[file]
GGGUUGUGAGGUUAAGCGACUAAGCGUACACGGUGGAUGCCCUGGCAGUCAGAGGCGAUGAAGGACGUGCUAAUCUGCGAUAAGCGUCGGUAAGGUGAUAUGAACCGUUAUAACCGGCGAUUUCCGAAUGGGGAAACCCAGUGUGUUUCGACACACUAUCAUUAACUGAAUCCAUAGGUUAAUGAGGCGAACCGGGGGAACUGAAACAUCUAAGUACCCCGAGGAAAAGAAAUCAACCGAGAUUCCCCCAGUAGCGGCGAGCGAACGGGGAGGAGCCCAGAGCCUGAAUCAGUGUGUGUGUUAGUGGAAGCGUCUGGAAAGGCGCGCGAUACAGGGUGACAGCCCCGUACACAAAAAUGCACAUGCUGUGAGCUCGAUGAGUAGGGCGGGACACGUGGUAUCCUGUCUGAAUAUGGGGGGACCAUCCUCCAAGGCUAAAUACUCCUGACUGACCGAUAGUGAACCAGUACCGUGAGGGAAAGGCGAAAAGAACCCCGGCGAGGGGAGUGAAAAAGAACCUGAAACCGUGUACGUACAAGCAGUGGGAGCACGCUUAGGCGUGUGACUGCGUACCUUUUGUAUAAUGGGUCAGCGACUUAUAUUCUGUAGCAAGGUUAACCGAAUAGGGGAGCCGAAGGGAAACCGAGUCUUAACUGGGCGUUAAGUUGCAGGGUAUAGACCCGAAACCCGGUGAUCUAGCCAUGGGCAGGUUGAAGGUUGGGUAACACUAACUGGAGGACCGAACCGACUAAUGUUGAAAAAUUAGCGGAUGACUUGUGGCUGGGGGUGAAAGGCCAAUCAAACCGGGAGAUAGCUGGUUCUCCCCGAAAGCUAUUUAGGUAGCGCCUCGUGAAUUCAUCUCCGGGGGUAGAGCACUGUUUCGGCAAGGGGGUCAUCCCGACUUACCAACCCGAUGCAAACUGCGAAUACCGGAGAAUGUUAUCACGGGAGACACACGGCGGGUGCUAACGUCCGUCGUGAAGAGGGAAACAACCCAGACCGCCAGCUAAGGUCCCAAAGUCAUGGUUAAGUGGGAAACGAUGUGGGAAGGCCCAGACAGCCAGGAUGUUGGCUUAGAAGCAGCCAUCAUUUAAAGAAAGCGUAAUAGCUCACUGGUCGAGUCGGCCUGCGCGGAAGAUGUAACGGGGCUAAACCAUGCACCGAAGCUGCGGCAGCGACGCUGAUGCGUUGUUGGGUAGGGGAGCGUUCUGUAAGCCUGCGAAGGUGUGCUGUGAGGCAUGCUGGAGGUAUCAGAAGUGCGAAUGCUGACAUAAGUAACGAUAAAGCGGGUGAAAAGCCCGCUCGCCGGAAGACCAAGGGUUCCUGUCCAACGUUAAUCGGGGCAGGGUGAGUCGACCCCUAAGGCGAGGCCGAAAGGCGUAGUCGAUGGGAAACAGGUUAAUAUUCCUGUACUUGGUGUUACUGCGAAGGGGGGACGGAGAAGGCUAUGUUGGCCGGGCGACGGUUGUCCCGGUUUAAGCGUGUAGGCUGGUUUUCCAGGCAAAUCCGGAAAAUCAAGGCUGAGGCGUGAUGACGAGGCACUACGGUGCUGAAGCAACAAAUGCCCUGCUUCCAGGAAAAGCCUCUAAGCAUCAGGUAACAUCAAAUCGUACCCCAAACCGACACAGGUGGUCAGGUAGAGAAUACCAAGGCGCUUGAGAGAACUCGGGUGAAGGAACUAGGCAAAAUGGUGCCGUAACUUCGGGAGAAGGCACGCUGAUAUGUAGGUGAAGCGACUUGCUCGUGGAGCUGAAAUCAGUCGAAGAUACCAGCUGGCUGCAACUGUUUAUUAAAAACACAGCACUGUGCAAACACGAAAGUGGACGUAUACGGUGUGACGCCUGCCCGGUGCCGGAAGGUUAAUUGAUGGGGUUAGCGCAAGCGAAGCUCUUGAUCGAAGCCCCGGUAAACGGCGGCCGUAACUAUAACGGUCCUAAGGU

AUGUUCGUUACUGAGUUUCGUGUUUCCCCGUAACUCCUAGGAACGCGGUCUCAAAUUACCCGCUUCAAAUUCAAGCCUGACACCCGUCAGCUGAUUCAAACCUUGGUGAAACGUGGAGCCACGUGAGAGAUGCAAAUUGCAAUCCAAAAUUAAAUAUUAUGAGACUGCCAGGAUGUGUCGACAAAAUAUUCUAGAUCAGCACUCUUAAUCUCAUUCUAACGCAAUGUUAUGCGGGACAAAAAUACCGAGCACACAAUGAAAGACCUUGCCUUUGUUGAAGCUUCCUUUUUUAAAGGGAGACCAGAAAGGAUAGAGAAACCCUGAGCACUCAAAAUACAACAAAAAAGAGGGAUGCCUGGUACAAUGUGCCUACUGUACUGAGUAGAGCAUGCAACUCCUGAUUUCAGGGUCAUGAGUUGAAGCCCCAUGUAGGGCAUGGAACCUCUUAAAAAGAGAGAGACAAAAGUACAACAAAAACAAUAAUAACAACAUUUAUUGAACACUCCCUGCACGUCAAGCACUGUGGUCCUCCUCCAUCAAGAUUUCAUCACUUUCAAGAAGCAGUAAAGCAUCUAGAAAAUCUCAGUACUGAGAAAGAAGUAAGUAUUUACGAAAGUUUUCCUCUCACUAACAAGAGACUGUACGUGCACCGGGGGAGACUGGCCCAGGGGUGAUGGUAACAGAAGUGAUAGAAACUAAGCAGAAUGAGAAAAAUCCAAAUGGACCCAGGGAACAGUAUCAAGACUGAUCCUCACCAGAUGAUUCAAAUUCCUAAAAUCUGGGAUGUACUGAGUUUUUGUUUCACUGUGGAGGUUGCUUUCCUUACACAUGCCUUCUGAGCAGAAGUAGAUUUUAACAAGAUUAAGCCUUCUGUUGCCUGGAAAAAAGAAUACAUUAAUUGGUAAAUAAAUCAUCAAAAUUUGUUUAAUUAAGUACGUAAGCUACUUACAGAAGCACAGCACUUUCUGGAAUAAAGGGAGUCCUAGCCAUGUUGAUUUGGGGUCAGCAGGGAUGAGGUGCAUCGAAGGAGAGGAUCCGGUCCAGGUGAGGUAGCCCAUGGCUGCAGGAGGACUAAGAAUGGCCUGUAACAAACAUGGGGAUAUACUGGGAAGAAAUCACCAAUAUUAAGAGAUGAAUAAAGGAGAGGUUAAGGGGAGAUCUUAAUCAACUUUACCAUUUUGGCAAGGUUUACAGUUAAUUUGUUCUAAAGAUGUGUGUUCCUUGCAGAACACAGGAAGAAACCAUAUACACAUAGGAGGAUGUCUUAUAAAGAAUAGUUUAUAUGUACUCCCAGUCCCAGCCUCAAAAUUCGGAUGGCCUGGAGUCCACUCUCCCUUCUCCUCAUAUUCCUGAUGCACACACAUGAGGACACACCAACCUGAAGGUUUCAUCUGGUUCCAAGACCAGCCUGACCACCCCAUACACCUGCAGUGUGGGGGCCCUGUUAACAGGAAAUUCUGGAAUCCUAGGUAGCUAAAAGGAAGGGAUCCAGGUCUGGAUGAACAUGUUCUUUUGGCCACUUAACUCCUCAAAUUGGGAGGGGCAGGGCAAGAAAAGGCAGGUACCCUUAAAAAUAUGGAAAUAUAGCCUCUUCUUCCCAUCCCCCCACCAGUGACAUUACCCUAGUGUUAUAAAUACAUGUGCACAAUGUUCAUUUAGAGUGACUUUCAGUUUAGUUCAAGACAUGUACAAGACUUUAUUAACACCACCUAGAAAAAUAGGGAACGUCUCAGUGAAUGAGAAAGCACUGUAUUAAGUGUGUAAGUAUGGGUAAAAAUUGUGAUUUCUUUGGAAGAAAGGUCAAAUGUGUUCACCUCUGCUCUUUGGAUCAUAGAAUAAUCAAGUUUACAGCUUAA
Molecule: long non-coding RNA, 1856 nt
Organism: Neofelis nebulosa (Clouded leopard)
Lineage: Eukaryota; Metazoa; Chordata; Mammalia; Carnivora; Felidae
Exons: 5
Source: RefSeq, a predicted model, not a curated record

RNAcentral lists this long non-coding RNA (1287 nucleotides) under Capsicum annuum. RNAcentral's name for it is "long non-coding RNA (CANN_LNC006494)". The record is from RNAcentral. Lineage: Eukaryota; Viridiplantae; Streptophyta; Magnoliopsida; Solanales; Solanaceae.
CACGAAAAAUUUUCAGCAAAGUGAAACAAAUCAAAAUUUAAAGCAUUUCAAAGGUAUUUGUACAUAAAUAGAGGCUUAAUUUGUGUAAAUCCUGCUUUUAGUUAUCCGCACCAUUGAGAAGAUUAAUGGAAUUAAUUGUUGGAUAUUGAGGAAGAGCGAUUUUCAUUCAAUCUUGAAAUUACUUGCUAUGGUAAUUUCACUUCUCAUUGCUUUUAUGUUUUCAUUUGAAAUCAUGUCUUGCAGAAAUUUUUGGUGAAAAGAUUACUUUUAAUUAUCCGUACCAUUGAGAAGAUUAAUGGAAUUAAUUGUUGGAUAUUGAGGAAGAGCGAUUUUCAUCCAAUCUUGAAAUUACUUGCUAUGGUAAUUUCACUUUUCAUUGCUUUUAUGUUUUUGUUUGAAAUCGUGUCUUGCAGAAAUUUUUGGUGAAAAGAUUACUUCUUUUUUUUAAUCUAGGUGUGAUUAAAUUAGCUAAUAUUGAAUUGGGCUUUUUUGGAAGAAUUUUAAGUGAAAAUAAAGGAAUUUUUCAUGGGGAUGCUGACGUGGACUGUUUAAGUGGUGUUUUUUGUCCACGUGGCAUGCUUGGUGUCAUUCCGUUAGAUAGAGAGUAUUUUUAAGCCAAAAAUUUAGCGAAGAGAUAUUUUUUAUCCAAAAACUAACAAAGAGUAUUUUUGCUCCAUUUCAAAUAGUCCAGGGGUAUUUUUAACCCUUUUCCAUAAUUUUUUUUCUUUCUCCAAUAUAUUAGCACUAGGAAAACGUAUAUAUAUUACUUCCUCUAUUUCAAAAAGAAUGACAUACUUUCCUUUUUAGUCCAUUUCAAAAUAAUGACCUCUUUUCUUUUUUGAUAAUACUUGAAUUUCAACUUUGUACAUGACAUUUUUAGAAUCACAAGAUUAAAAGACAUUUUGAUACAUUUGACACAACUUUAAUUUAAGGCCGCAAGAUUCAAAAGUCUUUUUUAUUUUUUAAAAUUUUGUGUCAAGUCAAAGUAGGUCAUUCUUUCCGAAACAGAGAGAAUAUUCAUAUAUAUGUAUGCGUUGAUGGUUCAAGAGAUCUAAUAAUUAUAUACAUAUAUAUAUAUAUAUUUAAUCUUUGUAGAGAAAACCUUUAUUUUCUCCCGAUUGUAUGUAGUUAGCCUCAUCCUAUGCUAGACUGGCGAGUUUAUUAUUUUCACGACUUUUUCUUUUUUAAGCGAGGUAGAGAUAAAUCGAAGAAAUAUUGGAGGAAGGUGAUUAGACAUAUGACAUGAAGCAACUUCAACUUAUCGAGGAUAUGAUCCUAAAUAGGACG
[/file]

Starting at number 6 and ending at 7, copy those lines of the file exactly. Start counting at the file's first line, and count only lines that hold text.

Exons: 5
Source: RefSeq, a predicted model, not a curated record